A relaxed Warren Buffett sat down on May 7 with Levo League co-founder Caroline Ghosn to share his advice on how to build a rewarding career. Along with the usual counsel to follow one’s passion and work hard, Buffett credited the Dale Carnegie course with having changed his life and said he expects to be impressed by Chelsea Clinton when they meet in a few days.
In many ways, watching Buffett dispense wisdom to the twentysomething women who make up much of Levo’s base is to witness him at his best: the decency, optimism, wisdom, and wit that have made him such a revered investor. But several of his statements also show why the Sage of Omaha is oblivious to some of the challenges these women face, from negotiating pay to finding a job that will reward the soul and support a family—or at least pay down their college debt.
Buffett was at his best when sharing personal stories, such as having signed up for the Dale Carnegie course after college to combat his terror of public speaking. As if that weren’t hard enough, he then applied to teach at the University of Omaha because, as he told Ghosn in the live-streamed chat, ”I was very worried I would lapse back.” The Berkshire Hathaway chairman and chief executive officer also spoke fondly of his friend and former Washington Post chief, the late Katharine Graham, and recommended her Pulitzer Prize-winning biography as a must-read for young women. Graham’s continued lack of confidence in the face of her notable achievements still perplexes Buffett. It’s one reason he supports the “lean in” philosophy of Facebook Chief Operating Officer Sheryl Sandberg, herself an investor in Levo League, and why he’s now trying to help young women get opportunities that his generation never had.
That said, Buffett also unwittingly demonstrated the uniqueness of being Warren Buffett. It’s not just that he hangs out with presidents, or that his online bridge partner is former world champion Sharon Osberg. Few of his viewers could hope to work with the same business partner for 54 years, as Buffett has with Charlie Munger. Most won’t have read every investment book in their local library by the age of 11, or continue to enthusiastically work full-time at the age of 82. By the time they make their first $1 billion, most titans would have moved out of the stucco house they bought back in the 1950s. Not Warren Buffett. When he says he could “easily” live on $100,000 a year, you believe him. His simple lifestyle is part of the appeal.
Amid Buffett’s nuggets of wisdom, though, were some life lessons best seen as relics of the last century. Take, for example, his anecdote about accepting a job before knowing what it would pay. In fact, he said he learned the salary only after he got his first paycheck. Maybe Buffett can move his family across the country without bothering to hammer out such details—or having his partner demand a bit more information—but that’s not a winning strategy for the rest of us. When study after study shows that women’s discomfort with negotiating raises leads to lower paychecks, having Warren Buffett dismiss its importance hardly helps. And while bringing your boss corn and tomatoes may impress him when his name is Warren Buffett, no women needs to hear the path to the C-suite is paved with snacks.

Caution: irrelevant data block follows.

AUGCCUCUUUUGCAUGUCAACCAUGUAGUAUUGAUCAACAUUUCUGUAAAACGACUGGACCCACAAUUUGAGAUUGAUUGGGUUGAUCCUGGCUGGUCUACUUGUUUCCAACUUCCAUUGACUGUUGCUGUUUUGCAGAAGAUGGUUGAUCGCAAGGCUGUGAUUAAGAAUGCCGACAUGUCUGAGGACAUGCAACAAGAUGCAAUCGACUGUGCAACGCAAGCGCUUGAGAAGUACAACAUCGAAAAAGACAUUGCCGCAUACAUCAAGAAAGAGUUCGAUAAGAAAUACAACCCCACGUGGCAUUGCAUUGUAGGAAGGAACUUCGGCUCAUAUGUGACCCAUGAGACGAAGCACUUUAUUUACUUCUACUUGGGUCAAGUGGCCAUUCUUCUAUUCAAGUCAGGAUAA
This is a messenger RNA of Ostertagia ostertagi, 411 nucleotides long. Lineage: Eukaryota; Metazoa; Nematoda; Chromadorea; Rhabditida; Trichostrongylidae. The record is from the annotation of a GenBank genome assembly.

Young women have plenty to learn from Buffett. There’s much to admire in his passion, discipline, and decades of performance. That said, there’s much they can learn from Caroline Ghosn, too. As the daughter of Nissan/Renault chief Carlos Ghosn, she could have the kind of comforts that Buffett now enjoys. Instead, after studying economics and international relations at Stanford University, she went to McKinsey & Co. for a few years before starting Levo League with a co-worker named Amanda Pouchot. Together, they’ve built a fast-growing network to help Gen Y women like themselves get the kind of jobs, skills, and support that have long proven effective for men.
Buffett is right to suggest that every young woman (and man) should read Kay Graham’s poignant 1998 biography, Personal History. Its value is not so much in being a career guide–most Millennial women won’t get thrust into a CEO’s job after a husband’s suicide, or be able to separate the years of being a mother from years of being at work. But they’ll learn a lot about the attitudes, external and internal, that helped to shape the destinies of the women in Buffett’s generation. Hopefully, they’ll learn from that history and recognize its limits in trying to navigate a new era.